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Old 05-10-2010, 09:23 PM
Markus Schönhaber
 
Default 10.04? No thanks, I give up!

10.05.2010 22:39, Robert Spanjaard:

> On Mon, 10 May 2010 15:45:49 -0400, Tom H wrote:

>> You did not have to move to 10.04 as soon as it was released! But you
>> will have to move away from 9.04 when 10.10 comes out because 9.04
>> support will end then...
>
> That doesn't mean he has to move away from it at all. It's not like his
> OS will suddenly stop working or something like that.

No, it will not stop working, and I don't consider it likely that
someone standing behind him, pointing a gun at his head, will force him
to upgrade.
Nevertheless, Tom's advice is sensible. Running an OS for which no
security fixes are released any-more exposes oneself and - more
importantly - others to danger.

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Old 05-11-2010, 01:17 AM
Tom H
 
Default 10.04? No thanks, I give up!

On Mon, May 10, 2010 at 4:39 PM, Robert Spanjaard <spamtrap@arumes.com> wrote:
> On Mon, 10 May 2010 15:45:49 -0400, Tom H wrote:
>
>> 2010/5/10 Edgars Å*mits <ed.smits@gmail.com>:
>>> I finally give up on 10.04, it's not worth the hassle of trying to get
>>> my video output fixed. When last I wrote I was happily working away in
>>> the wonderful new 10.04 world (not an upgrade, a clean install), when
> [...]
>>> to sort them out with help from this list, but this time I give up. I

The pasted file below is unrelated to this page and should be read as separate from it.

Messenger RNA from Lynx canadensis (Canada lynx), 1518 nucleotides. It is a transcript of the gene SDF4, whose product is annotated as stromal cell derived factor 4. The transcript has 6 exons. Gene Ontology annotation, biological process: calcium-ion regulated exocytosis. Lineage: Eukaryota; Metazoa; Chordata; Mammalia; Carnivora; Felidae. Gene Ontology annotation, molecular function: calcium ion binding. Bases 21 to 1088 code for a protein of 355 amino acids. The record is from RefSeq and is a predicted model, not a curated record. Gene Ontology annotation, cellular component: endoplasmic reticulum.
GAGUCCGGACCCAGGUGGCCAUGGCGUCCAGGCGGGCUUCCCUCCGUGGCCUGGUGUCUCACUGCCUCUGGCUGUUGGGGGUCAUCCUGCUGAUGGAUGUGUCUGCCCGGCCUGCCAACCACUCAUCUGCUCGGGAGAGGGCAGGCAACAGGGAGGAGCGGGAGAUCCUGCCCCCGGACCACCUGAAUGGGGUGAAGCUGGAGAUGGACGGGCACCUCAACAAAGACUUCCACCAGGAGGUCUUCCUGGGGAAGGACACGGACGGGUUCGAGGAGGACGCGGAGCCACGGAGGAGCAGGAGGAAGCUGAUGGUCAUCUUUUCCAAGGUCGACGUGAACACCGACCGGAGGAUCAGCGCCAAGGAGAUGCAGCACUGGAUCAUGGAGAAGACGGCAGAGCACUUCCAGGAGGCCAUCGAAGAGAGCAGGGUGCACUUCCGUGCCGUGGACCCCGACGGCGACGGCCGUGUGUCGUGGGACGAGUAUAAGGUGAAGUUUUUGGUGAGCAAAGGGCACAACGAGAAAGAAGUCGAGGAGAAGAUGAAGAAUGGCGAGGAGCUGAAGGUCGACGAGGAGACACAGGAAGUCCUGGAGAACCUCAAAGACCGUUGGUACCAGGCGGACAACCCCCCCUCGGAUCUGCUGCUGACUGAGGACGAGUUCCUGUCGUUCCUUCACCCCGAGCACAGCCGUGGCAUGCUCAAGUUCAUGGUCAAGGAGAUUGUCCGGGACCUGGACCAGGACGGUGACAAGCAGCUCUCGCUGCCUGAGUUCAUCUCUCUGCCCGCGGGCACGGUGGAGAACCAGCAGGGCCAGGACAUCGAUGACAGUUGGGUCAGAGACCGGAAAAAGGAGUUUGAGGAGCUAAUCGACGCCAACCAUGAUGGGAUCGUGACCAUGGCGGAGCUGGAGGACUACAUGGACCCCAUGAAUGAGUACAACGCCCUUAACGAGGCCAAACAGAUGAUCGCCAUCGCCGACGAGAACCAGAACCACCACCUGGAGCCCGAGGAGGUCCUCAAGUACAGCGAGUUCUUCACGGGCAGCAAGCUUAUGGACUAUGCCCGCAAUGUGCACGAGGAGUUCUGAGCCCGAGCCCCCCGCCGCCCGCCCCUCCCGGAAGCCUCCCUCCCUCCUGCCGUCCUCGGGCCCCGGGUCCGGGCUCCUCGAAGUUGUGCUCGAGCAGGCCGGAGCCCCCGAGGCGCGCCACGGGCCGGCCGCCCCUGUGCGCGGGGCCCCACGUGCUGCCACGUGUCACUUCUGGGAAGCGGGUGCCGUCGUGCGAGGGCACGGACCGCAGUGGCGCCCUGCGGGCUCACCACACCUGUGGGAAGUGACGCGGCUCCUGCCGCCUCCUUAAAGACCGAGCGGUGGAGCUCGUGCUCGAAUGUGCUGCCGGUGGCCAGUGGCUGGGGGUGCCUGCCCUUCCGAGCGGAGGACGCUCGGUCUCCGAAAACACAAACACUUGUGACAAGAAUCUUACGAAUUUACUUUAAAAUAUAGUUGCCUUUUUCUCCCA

>>> don't want to be a computer geek, I just want to load an OS that works
>>> as I expect it to.
>>
>> You did not have to move to 10.04 as soon as it was released! But you
>> will have to move away from 9.04 when 10.10 comes out because 9.04
>> support will end then...
>
> That doesn't mean he has to move away from it at all. It's not like his
> OS will suddenly stop working or something like that.

Of course, it will not stop working but there will no longer be any
security updates - or updates of any kind, I am not sure - so it would
not be the safest way to be connected to a network.

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Old 05-11-2010, 01:26 AM
chris
 
Default 10.04? No thanks, I give up!

On Mon, 2010-05-10 at 21:21 +0100, zongo saiba wrote:

> > > 2010/5/10 Edgars Å*mits <ed.smits@gmail.com>:
> > >
> > > > I finally give up on 10.04, it's not worth the hassle of trying to get
> > > > my video output fixed. When last I wrote I was happily working away in
<snip>
> > >
> > I always have problens with the video and totem. So I still with
> > hardy.
>
> What I would like to understand really is why regressive bugs? I had
> sound in 9.10 on my external speakers and I could use my internal
> microphone out the box. In 10.04, I had to modify alsa-base.conf in
> order to use my external speakers in such a way that now I am unable to
> use my internal microphone. The point being not the issue of not using
> my internal microphone but more why a regressive bug ? How can that
> happen and most importantly why?
>
>

Until the Ubuntu developers get it through their (collective) heads,